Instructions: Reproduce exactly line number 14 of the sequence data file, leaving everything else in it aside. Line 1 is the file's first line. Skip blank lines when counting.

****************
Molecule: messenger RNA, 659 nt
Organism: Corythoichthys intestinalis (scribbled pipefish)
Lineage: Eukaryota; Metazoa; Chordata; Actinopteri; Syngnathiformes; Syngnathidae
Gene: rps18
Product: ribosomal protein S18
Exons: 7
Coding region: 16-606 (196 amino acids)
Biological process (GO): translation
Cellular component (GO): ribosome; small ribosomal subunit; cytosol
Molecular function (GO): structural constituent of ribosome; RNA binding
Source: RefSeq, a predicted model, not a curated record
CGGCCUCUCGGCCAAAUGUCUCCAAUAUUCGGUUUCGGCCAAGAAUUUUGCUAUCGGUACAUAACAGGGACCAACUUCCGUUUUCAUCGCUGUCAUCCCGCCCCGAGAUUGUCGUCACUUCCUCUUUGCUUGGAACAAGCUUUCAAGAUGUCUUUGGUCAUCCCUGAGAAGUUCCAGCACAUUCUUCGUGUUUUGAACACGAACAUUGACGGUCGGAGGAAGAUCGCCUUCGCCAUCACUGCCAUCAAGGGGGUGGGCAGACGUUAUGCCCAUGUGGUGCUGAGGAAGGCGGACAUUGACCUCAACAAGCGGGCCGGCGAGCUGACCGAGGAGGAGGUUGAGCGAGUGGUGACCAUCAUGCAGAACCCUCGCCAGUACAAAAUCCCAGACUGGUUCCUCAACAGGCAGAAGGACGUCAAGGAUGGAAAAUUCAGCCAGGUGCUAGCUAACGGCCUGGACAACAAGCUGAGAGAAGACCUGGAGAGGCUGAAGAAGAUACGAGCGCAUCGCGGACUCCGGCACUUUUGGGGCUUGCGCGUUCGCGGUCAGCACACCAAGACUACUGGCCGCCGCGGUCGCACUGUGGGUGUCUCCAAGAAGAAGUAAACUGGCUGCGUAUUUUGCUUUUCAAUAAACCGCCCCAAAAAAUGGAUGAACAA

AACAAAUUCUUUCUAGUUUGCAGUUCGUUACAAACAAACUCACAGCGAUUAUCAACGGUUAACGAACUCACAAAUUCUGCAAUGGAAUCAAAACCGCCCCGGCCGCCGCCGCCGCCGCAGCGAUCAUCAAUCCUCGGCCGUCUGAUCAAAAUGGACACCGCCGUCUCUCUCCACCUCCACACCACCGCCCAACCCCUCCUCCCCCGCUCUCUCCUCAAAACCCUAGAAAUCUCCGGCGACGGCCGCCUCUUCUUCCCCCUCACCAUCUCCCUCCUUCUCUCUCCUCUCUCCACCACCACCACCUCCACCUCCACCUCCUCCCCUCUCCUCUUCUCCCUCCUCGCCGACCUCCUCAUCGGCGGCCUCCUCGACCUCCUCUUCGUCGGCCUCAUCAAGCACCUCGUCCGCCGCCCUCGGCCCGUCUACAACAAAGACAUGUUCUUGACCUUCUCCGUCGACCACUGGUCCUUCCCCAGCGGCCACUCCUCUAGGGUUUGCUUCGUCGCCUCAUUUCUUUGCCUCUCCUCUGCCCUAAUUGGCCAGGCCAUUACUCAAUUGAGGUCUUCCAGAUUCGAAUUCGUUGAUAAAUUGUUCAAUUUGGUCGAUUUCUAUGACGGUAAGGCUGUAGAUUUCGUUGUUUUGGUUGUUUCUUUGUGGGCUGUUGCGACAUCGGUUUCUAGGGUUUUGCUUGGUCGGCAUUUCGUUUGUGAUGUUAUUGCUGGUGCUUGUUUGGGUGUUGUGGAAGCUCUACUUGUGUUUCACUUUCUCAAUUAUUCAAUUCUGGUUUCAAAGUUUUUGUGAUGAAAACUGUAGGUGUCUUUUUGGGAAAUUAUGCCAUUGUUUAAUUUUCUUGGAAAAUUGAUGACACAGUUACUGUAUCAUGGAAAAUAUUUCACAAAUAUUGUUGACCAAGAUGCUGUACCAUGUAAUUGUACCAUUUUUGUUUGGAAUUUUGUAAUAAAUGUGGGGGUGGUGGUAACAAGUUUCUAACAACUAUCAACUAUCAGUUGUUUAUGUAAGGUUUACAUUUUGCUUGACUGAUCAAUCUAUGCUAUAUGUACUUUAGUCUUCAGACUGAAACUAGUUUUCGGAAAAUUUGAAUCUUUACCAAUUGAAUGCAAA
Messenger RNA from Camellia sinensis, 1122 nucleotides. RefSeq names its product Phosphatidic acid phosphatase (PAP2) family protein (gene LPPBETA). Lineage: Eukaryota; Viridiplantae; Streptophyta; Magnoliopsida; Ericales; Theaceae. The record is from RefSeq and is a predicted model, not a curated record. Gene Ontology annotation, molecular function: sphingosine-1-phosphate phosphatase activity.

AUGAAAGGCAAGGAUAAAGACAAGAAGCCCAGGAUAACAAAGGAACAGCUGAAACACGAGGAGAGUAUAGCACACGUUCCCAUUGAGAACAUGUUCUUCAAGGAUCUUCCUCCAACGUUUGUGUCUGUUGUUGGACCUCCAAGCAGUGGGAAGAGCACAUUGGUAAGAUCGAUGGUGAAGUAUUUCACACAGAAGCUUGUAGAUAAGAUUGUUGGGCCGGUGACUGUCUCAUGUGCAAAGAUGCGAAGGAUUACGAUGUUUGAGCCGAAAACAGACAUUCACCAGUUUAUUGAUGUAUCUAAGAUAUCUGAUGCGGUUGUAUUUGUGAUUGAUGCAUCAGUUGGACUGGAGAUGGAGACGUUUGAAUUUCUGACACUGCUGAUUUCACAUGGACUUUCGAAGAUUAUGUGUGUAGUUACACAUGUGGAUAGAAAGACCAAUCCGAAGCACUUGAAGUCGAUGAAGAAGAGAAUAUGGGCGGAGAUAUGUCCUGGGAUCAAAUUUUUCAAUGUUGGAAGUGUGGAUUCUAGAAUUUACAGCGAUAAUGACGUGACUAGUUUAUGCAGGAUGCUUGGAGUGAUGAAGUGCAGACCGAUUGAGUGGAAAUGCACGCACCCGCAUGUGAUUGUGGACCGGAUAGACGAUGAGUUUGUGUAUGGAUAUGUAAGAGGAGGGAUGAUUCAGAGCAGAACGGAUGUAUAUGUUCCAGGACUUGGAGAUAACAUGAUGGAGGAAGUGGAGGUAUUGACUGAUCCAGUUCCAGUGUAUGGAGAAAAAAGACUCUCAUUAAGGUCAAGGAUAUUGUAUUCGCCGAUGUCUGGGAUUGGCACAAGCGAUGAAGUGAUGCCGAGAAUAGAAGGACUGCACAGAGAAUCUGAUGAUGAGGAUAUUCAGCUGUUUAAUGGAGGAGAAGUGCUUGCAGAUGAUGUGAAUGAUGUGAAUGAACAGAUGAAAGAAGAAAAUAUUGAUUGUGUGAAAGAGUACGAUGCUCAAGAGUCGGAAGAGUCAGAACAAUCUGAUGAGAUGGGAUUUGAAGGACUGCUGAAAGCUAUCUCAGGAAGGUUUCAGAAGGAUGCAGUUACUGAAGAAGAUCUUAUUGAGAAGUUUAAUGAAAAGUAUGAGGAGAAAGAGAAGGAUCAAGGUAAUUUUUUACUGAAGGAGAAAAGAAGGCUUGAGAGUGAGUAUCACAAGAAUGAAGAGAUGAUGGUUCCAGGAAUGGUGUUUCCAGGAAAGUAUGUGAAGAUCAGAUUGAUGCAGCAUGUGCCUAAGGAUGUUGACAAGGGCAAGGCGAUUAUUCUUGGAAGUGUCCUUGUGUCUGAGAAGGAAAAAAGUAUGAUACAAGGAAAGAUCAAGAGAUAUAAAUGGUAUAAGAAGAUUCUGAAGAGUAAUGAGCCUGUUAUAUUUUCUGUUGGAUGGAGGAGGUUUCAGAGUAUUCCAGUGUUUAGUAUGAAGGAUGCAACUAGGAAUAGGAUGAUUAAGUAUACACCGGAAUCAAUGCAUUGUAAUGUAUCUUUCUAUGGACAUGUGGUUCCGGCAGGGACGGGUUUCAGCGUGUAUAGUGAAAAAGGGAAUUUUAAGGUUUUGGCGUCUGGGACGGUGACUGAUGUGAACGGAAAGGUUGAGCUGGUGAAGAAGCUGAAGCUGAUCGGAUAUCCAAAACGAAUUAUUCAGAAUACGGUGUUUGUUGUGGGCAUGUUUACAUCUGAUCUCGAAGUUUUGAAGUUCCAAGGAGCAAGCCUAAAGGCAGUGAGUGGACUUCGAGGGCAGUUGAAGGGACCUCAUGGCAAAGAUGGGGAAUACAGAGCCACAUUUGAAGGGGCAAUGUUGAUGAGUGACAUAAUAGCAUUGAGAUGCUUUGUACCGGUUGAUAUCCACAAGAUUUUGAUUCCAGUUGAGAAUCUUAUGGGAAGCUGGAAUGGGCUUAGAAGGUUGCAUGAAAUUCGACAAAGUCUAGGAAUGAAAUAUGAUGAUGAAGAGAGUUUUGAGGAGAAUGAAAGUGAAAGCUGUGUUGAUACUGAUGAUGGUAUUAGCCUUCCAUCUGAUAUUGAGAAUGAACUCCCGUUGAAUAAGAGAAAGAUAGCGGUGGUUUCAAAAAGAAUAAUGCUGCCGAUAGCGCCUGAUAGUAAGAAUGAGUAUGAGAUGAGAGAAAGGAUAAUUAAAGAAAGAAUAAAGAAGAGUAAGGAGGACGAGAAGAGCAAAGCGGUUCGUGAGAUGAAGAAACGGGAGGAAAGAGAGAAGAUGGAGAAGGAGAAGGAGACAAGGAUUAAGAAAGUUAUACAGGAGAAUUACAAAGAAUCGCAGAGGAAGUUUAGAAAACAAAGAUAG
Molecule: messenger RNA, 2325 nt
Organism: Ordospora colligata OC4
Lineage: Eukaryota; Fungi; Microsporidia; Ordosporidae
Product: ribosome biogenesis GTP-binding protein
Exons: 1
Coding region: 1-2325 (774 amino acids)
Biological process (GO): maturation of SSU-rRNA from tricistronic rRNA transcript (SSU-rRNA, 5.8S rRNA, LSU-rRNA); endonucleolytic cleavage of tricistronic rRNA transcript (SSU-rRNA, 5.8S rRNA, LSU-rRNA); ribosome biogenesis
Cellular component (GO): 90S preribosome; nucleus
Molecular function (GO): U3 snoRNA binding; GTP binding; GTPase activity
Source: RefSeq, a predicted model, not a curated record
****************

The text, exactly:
Messenger RNA from Camellia sinensis, 1122 nucleotides. RefSeq names its product Phosphatidic acid phosphatase (PAP2) family protein (gene LPPBETA). Lineage: Eukaryota; Viridiplantae; Streptophyta; Magnoliopsida; Ericales; Theaceae. The record is from RefSeq and is a predicted model, not a curated record. Gene Ontology annotation, molecular function: sphingosine-1-phosphate phosphatase activity.